The stock market performed badly on Tuesday, with major benchmarks finishing down anywhere from 0.5% to 1.6%. Adding to the list of concerns among market participants, signs of economic challenges in Italy brought back memories of past troubles in Europe that extended the length of time that the continent suffered from disruptions following the U.S. financial crisis in the late 2000s. Investors also had to deal with plunging oil prices that led to a flood of buying in the bond market, sending interest rates plunging lower. Bad news also affected several individual companies. JPMorgan Chase (NYSE:JPM), Infinera (NASDAQ:INFN), and CVR Energy (NYSE:CVI) were among the worst performers on the day. Here's why they did so poorly.

JPMorgan deals with a new reality

Shares of JPMorgan Chase finished lower by 4% after the Wall Street bank gave some downbeat news about how its second quarter has gone so far. A company executive said in a television interview that revenue from JPMorgan's trading operations is roughly unchanged from year-ago levels, disappointing those who had thought that increased market turmoil might bring with it an increase in the willingness among the bank's clients to take more aggressive positions. JPMorgan said that core trading is in fact doing better, but some extraordinary impacts from tax reform and accounting rules have created headwinds to offset the better environment. If Europe becomes a new problem and affects international markets, some fear JPMorgan might take a hit from those issues as well.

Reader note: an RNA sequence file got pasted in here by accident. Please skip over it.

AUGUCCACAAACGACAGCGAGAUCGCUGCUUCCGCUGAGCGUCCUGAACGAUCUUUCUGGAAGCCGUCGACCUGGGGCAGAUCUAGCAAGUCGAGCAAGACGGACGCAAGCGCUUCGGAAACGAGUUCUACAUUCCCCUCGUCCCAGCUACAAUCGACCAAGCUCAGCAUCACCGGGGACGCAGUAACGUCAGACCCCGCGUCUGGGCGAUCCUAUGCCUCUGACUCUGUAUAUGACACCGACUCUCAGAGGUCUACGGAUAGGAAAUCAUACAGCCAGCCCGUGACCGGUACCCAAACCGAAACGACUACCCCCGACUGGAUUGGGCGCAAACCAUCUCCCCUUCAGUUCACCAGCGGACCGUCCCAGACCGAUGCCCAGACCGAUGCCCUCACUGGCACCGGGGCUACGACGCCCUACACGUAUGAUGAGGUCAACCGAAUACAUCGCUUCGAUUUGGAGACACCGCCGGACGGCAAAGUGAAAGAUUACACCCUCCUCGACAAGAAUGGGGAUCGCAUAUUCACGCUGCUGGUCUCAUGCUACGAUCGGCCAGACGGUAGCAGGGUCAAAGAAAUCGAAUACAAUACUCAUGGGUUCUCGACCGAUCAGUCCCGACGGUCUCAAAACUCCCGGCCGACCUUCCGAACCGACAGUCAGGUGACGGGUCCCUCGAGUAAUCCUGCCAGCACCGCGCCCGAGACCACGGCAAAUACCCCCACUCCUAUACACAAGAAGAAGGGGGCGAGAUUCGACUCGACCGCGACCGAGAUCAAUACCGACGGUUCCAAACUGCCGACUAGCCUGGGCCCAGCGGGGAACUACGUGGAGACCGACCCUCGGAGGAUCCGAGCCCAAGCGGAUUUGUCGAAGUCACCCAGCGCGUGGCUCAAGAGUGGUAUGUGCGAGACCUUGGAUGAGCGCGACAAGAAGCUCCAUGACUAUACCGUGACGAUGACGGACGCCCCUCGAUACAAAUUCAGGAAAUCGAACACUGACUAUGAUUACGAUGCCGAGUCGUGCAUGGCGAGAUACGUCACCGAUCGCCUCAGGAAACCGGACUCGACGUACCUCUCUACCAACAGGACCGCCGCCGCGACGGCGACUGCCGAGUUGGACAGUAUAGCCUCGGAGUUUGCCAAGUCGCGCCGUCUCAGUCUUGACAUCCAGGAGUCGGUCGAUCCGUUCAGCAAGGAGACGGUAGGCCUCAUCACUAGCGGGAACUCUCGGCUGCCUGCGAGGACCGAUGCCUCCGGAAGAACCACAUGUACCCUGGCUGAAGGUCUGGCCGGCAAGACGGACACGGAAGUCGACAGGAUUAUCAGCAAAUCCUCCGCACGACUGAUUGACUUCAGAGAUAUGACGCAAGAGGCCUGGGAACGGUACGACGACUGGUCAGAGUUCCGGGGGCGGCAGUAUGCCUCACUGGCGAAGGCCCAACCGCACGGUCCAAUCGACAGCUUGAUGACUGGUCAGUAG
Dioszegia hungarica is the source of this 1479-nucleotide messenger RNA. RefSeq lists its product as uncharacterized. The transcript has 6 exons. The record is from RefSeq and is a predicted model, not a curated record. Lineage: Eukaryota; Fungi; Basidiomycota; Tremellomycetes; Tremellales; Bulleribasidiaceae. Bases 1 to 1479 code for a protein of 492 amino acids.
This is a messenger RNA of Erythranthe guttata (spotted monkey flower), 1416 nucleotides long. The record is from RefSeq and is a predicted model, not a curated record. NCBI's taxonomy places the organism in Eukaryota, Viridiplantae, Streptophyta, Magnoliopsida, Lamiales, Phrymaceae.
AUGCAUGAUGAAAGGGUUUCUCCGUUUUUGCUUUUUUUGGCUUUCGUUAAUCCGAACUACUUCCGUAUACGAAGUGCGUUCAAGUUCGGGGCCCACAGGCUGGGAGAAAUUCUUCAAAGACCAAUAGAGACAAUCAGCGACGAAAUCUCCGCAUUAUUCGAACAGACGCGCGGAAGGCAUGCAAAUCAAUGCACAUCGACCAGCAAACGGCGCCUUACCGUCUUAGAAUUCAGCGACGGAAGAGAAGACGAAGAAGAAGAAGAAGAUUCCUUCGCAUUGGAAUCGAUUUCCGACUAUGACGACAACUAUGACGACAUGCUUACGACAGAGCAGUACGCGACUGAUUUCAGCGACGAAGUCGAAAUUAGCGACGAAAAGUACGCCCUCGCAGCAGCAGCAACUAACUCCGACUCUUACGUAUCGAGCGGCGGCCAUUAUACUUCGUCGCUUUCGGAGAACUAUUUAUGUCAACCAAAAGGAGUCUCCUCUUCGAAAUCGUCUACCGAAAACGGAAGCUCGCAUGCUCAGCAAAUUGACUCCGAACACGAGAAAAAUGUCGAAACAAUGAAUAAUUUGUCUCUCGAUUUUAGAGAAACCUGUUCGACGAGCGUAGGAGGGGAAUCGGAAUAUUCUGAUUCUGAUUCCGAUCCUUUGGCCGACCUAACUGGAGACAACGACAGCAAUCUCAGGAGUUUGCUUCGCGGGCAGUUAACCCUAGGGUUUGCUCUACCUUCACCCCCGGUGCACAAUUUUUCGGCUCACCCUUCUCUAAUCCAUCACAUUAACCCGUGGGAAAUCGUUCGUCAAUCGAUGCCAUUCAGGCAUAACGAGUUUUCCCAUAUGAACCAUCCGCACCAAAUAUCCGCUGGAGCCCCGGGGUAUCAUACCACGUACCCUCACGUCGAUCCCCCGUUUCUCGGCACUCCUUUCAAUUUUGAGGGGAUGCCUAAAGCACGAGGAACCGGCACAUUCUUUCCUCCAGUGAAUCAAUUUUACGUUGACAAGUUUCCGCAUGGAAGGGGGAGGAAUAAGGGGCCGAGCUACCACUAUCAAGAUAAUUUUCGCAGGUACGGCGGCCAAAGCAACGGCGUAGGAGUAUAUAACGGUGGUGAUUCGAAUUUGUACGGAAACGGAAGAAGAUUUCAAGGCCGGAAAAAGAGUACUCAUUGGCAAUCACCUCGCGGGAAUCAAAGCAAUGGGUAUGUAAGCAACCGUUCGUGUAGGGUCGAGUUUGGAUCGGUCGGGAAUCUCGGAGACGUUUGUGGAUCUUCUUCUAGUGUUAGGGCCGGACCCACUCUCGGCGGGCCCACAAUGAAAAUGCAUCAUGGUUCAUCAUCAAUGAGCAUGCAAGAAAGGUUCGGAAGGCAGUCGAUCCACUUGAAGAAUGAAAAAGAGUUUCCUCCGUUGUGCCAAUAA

Three people in a lobby sitting in leather chairs in front of a Chase bank sign.

Image source: JPMorgan Chase.

Infinera deals with a downgrade

Infinera stock dropped 10.5% in the wake of a downgrade from an analyst company. Stock watchers at Jefferies cut their rating on the optical telecom equipment specialist from hold to underperform, arguing that a recent rise in its share price over the past several months already assumes an optimistic outlook on its potential growth. At the same time, competition in the optical space is rising, and analysts fear that rivals in the business could overtake Infinera over time. Comments from CEO Tom Feller earlier this month also suggested the possibility of a price war within the space. Even with the drop, though, Infinera is still up almost 40% since February.

CVR Energy makes a trade

Finally, shares of CVR Energy fell 9%. The holding company agreed to exchange its stock to investors in related entity CVR Refining (NYSE:CVRR), accepting as many as 37.1 million units at a ratio of 0.6335 shares of CVR Energy for every unit of CVR Refining exchanged. In a release, CVR Energy said that "many CVR Refining unitholders may wish to hold their investment in the form of common stock rather than partnership interests" after recent tax reform legislation. But it's unclear why CVR Energy would make an offer at a 25% premium rather than simply having CVR Refining convert to a corporate entity or use similar steps that wouldn't adversely affect CVR Energy shareholders for the benefit of CVR Refining unitholders. CVR Refining finished the session 8% higher.

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